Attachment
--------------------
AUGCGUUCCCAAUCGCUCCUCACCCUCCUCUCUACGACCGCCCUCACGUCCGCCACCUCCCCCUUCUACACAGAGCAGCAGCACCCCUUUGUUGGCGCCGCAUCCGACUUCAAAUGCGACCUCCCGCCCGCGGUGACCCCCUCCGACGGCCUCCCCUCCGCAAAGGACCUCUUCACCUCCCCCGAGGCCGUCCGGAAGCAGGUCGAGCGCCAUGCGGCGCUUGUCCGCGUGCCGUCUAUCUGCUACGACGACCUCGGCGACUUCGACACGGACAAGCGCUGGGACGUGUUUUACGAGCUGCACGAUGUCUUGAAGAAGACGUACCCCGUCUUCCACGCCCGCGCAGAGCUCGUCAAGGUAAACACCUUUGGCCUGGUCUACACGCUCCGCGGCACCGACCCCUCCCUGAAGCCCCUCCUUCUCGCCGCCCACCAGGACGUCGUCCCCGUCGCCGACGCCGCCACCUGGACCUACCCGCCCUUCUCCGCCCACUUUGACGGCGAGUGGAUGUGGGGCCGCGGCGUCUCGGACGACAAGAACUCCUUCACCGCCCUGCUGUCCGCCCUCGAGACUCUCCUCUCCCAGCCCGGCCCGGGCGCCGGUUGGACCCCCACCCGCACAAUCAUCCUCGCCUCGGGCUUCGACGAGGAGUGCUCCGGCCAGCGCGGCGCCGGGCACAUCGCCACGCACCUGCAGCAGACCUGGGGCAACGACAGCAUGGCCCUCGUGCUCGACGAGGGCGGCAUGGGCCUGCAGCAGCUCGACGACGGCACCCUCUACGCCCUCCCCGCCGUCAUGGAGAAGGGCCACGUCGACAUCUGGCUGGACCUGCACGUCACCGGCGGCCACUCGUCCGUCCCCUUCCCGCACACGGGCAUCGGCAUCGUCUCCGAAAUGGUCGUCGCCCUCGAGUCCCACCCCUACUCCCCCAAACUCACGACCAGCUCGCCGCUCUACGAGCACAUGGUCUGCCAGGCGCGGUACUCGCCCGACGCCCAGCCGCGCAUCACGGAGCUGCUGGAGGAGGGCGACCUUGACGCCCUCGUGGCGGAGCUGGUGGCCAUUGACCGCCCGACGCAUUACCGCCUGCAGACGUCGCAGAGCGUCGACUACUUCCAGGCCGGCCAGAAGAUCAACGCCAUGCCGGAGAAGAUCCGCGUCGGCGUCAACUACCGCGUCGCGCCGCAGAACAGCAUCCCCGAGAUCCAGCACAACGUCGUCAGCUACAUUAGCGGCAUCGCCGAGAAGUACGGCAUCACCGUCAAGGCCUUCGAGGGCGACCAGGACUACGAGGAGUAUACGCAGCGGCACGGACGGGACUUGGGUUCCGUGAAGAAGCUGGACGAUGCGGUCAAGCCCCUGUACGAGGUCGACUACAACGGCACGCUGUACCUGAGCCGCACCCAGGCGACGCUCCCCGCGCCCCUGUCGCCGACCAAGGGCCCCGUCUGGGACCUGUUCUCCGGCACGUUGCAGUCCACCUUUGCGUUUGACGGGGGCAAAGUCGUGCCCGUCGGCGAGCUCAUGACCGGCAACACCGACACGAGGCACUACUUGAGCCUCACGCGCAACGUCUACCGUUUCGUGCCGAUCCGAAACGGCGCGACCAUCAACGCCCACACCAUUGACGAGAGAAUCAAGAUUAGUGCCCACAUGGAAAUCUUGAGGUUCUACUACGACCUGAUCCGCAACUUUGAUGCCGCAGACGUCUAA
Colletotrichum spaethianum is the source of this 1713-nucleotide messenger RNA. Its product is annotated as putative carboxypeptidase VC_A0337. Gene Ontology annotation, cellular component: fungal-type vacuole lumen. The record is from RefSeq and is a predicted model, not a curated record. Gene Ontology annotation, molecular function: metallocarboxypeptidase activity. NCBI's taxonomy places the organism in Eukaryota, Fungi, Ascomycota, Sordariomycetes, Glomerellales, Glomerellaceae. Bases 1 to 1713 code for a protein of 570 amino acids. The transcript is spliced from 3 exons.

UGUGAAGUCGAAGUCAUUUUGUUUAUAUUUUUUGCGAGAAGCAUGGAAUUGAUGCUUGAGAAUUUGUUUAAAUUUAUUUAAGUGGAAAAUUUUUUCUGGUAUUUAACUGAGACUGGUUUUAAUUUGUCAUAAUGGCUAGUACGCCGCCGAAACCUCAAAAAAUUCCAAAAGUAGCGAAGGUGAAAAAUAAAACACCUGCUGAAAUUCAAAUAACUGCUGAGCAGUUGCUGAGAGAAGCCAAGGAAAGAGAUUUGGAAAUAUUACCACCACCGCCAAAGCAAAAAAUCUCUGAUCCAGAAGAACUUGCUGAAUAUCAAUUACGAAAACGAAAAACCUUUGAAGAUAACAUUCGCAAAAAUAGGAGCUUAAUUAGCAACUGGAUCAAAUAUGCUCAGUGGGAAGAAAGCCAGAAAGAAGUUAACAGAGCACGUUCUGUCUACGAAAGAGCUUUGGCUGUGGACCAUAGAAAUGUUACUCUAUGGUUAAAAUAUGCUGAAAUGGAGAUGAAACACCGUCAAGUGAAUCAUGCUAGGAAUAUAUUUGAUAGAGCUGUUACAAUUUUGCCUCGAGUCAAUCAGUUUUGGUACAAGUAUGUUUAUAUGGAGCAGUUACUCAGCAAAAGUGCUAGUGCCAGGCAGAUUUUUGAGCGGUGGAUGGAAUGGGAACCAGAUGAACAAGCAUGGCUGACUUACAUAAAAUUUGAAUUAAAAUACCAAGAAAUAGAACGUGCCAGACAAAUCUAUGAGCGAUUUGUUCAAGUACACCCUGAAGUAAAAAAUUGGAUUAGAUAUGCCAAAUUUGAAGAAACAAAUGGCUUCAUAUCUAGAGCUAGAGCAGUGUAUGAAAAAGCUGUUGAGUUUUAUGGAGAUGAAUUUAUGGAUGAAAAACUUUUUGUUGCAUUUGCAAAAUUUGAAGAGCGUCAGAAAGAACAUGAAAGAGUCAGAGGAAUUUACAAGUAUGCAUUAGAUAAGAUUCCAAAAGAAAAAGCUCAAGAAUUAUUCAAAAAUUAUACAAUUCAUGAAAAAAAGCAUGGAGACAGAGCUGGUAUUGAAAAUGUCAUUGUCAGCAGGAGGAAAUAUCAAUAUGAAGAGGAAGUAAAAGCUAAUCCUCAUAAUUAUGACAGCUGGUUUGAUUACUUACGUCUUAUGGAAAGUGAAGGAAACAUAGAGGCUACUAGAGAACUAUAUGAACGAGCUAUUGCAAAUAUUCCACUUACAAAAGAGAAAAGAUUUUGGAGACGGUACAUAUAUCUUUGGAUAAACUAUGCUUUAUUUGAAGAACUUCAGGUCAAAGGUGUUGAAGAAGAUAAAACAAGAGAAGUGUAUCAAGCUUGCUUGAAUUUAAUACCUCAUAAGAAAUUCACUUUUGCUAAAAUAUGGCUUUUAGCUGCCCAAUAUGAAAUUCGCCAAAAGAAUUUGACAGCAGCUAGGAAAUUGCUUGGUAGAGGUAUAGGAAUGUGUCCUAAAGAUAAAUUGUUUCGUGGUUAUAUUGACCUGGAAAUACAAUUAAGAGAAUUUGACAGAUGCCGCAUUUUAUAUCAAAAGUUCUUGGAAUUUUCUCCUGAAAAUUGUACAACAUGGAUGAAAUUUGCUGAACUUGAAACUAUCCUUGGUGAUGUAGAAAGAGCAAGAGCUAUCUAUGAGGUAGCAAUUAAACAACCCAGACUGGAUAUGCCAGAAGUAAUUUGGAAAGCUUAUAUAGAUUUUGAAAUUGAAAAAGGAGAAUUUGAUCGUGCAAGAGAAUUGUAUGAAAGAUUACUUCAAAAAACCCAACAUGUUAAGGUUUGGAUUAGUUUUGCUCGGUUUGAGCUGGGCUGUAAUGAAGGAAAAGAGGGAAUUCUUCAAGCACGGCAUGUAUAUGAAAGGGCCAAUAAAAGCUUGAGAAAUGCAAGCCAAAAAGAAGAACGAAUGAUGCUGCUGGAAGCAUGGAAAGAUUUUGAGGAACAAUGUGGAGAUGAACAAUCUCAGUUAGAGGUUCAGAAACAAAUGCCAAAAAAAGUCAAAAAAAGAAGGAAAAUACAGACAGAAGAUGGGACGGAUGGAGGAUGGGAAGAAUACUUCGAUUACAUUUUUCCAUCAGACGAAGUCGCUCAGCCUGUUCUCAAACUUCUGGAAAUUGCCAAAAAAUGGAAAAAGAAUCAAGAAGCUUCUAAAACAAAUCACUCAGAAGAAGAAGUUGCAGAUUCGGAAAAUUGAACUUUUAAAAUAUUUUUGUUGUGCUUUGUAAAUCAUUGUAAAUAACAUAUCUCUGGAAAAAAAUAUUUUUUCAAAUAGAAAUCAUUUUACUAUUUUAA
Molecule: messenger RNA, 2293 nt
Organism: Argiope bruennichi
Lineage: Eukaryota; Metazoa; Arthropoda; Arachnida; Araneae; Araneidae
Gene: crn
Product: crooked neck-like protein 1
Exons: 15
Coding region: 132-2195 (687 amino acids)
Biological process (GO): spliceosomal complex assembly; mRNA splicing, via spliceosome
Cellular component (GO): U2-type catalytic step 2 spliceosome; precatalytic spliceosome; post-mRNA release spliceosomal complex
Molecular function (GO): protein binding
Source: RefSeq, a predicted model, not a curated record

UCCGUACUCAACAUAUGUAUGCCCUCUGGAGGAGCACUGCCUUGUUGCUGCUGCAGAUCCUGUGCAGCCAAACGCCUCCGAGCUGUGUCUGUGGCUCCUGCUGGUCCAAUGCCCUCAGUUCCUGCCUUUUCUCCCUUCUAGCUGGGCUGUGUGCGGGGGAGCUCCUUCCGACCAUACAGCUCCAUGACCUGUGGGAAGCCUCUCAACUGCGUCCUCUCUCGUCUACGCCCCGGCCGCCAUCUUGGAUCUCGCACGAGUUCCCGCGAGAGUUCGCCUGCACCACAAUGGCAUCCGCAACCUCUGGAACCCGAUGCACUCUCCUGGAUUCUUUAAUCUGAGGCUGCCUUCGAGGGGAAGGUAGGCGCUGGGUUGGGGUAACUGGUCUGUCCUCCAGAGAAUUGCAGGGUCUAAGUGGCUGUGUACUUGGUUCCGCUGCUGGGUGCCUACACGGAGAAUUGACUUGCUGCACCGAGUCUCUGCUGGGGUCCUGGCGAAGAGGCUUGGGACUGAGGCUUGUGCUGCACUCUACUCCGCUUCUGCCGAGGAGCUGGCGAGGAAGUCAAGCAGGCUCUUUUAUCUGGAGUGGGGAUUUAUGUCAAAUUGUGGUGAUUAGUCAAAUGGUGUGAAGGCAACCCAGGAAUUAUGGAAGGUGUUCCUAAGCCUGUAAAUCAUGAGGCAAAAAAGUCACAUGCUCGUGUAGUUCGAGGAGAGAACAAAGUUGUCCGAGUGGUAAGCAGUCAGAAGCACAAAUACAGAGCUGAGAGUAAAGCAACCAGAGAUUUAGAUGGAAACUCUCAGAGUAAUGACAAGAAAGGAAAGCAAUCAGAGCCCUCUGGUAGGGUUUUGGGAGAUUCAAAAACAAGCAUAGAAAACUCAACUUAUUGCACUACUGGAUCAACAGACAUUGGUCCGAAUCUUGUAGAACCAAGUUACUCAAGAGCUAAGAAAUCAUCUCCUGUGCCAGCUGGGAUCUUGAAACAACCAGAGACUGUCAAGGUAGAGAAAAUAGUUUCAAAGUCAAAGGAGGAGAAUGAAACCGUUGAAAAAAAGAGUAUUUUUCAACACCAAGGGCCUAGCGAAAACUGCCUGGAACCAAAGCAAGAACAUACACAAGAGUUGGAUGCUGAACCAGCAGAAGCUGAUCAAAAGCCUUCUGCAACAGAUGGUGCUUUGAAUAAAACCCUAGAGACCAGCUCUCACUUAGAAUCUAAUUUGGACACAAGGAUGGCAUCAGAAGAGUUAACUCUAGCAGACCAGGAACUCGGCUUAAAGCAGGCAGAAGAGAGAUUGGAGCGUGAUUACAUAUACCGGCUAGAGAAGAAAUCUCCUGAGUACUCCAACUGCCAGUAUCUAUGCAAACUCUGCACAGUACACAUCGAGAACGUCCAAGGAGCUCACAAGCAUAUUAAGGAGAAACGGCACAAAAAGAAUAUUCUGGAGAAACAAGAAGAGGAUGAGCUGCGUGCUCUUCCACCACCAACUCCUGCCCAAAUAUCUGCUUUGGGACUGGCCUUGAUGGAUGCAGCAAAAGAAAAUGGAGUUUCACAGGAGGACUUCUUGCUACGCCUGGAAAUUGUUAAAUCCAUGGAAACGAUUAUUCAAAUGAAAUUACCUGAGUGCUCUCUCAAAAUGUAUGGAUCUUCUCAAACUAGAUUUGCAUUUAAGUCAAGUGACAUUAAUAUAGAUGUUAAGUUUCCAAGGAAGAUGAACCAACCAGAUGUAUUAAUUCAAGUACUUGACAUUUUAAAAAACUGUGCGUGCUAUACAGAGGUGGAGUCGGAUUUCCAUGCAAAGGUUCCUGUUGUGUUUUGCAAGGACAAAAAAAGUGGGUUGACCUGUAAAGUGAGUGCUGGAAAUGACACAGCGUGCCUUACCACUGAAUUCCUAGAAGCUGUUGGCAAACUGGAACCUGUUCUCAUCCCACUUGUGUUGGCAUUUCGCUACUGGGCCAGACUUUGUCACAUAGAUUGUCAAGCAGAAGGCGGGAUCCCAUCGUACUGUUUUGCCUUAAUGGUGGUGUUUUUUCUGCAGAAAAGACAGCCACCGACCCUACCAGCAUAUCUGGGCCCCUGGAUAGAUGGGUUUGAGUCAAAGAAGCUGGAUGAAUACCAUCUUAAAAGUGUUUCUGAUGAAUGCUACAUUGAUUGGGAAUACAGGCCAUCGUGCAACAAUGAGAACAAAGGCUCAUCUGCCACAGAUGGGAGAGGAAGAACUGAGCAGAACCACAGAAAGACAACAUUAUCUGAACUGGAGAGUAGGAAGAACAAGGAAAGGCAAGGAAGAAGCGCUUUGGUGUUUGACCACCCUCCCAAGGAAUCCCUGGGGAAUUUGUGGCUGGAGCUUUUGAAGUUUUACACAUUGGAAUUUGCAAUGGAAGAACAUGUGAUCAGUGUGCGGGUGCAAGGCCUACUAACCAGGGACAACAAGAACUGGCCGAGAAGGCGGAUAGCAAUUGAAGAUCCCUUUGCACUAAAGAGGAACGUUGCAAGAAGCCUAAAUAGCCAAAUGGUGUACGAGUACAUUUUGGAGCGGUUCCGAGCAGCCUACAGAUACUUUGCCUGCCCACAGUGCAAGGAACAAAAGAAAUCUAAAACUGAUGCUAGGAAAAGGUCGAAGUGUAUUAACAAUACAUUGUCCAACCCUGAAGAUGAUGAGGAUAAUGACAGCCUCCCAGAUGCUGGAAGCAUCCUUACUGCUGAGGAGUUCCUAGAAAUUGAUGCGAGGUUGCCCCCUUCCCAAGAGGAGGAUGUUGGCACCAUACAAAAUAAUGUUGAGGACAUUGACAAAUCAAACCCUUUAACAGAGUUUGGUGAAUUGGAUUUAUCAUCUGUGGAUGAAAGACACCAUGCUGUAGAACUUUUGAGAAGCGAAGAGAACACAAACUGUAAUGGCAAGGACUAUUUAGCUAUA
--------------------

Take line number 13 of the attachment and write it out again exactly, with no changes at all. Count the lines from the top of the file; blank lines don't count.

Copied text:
Molecular function (GO): protein binding